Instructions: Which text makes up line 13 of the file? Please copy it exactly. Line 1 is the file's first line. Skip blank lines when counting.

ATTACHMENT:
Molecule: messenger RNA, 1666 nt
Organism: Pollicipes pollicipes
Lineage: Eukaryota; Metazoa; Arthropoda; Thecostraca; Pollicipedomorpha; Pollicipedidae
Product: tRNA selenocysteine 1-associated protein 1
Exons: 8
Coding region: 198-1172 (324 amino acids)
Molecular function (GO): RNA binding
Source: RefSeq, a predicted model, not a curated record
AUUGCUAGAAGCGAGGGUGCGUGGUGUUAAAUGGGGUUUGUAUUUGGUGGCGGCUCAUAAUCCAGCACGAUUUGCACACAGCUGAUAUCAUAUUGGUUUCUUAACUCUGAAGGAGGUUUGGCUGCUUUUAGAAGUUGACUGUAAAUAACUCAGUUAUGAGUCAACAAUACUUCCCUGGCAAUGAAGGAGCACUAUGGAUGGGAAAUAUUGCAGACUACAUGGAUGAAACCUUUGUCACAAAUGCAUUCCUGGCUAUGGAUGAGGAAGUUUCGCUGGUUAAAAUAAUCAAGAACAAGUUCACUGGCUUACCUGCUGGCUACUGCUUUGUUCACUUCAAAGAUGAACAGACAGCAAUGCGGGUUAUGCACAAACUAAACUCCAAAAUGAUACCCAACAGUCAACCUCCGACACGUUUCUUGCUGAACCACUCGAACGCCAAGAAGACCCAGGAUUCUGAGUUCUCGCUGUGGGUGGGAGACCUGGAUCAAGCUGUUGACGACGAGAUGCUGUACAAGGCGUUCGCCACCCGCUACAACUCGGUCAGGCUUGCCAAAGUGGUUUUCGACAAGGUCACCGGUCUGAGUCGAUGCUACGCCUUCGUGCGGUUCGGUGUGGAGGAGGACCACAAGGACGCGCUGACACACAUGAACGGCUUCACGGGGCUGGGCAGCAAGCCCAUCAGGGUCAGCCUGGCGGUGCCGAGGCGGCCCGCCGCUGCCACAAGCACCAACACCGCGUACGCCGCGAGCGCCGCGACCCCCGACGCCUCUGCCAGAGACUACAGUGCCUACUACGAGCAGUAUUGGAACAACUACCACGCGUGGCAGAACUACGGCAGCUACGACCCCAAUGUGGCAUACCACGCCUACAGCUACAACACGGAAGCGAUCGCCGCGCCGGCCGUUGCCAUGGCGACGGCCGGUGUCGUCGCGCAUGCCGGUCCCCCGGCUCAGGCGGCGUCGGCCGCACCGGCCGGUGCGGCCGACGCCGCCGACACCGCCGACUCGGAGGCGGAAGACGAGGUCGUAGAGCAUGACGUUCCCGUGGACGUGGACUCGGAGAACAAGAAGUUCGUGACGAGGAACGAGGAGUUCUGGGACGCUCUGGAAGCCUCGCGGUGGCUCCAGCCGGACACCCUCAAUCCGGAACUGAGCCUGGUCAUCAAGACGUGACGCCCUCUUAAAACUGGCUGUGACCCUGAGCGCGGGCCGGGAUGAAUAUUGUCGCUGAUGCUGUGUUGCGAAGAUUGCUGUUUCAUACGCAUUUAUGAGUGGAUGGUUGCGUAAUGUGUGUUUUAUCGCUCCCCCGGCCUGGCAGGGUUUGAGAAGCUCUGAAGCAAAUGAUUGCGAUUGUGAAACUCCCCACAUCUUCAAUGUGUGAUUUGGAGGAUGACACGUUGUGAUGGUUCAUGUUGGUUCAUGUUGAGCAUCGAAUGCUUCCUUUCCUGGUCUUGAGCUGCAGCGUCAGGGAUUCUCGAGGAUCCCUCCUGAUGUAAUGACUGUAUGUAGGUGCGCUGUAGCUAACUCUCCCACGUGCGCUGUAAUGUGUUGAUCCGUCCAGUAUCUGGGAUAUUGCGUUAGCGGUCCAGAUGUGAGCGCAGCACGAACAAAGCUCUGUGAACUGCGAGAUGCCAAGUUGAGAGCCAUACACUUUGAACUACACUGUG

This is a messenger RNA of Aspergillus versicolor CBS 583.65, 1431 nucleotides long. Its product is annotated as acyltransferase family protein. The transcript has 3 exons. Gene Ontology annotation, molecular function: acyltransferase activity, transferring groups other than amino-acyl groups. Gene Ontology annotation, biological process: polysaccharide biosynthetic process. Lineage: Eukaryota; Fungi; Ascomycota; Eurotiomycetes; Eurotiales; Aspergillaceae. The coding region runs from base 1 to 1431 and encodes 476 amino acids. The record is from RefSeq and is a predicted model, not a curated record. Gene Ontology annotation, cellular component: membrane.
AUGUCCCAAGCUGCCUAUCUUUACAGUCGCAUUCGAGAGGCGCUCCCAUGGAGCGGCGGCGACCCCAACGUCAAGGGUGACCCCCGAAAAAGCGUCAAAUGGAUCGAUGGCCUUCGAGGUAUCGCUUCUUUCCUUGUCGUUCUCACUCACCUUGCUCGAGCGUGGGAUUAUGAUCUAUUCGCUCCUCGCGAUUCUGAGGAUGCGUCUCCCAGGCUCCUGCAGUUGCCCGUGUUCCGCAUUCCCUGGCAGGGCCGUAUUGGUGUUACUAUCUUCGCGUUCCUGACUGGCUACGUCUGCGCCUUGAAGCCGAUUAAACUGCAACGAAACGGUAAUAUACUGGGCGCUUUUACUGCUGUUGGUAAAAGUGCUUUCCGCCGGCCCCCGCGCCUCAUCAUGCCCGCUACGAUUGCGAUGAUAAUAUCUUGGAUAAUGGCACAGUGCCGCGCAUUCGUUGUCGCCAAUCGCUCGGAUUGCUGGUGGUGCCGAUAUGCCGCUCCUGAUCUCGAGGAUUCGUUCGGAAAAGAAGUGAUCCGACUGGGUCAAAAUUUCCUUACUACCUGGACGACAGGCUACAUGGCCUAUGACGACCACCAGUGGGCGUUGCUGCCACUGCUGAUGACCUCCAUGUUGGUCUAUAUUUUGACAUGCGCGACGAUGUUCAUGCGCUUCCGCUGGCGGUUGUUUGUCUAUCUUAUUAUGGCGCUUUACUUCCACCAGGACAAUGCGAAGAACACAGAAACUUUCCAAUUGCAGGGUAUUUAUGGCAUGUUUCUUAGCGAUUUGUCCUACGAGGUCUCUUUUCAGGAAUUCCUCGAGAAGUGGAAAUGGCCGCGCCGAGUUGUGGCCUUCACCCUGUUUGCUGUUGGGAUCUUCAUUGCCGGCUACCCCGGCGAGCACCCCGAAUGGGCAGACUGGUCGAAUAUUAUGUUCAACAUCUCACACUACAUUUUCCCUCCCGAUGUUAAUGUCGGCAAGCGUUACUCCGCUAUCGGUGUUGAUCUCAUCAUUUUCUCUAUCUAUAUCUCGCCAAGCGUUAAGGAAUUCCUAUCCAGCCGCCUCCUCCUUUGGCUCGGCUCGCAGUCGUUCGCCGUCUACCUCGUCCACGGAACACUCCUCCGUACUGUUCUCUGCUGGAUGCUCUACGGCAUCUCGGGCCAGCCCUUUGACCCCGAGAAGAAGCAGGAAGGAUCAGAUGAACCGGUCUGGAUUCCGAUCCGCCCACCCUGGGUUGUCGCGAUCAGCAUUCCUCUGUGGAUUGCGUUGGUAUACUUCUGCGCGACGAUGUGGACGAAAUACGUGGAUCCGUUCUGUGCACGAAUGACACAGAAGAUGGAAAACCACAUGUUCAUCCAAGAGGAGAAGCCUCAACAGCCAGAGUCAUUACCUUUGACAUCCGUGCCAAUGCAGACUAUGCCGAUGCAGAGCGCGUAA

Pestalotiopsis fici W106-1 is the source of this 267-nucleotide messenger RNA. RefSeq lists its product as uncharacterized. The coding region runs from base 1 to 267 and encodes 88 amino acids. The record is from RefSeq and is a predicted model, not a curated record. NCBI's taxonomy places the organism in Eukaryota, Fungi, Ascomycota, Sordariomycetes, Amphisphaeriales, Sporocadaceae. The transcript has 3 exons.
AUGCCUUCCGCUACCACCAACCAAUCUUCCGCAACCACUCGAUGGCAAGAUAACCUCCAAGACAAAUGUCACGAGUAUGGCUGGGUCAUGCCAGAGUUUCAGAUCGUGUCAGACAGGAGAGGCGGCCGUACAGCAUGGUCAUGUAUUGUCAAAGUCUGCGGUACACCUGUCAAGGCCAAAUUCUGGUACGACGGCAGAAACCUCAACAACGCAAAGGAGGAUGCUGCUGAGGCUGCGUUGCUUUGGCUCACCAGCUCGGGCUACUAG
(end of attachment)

AUGCCUUCCGCUACCACCAACCAAUCUUCCGCAACCACUCGAUGGCAAGAUAACCUCCAAGACAAAUGUCACGAGUAUGGCUGGGUCAUGCCAGAGUUUCAGAUCGUGUCAGACAGGAGAGGCGGCCGUACAGCAUGGUCAUGUAUUGUCAAAGUCUGCGGUACACCUGUCAAGGCCAAAUUCUGGUACGACGGCAGAAACCUCAACAACGCAAAGGAGGAUGCUGCUGAGGCUGCGUUGCUUUGGCUCACCAGCUCGGGCUACUAG